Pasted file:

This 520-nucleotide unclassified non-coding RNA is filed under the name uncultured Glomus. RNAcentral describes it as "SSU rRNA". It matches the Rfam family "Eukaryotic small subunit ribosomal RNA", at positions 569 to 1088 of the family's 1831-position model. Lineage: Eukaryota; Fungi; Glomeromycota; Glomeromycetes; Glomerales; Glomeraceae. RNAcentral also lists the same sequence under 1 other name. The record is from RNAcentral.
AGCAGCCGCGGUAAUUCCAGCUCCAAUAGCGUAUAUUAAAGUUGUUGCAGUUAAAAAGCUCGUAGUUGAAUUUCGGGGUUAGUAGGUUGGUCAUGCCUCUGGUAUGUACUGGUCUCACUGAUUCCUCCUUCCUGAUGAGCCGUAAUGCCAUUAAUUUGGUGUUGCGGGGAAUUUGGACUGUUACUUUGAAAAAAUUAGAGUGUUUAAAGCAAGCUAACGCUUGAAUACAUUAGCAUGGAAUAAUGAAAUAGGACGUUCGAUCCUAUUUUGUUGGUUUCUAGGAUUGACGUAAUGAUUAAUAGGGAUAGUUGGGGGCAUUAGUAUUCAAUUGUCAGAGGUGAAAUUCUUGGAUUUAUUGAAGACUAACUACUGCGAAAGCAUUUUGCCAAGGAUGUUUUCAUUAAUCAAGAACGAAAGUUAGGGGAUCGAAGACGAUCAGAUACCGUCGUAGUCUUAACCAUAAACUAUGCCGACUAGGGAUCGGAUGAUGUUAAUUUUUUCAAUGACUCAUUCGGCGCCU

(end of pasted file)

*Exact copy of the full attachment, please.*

This 520-nucleotide unclassified non-coding RNA is filed under the name uncultured Glomus. RNAcentral describes it as "SSU rRNA". It matches the Rfam family "Eukaryotic small subunit ribosomal RNA", at positions 569 to 1088 of the family's 1831-position model. Lineage: Eukaryota; Fungi; Glomeromycota; Glomeromycetes; Glomerales; Glomeraceae. RNAcentral also lists the same sequence under 1 other name. The record is from RNAcentral.
AGCAGCCGCGGUAAUUCCAGCUCCAAUAGCGUAUAUUAAAGUUGUUGCAGUUAAAAAGCUCGUAGUUGAAUUUCGGGGUUAGUAGGUUGGUCAUGCCUCUGGUAUGUACUGGUCUCACUGAUUCCUCCUUCCUGAUGAGCCGUAAUGCCAUUAAUUUGGUGUUGCGGGGAAUUUGGACUGUUACUUUGAAAAAAUUAGAGUGUUUAAAGCAAGCUAACGCUUGAAUACAUUAGCAUGGAAUAAUGAAAUAGGACGUUCGAUCCUAUUUUGUUGGUUUCUAGGAUUGACGUAAUGAUUAAUAGGGAUAGUUGGGGGCAUUAGUAUUCAAUUGUCAGAGGUGAAAUUCUUGGAUUUAUUGAAGACUAACUACUGCGAAAGCAUUUUGCCAAGGAUGUUUUCAUUAAUCAAGAACGAAAGUUAGGGGAUCGAAGACGAUCAGAUACCGUCGUAGUCUUAACCAUAAACUAUGCCGACUAGGGAUCGGAUGAUGUUAAUUUUUUCAAUGACUCAUUCGGCGCCU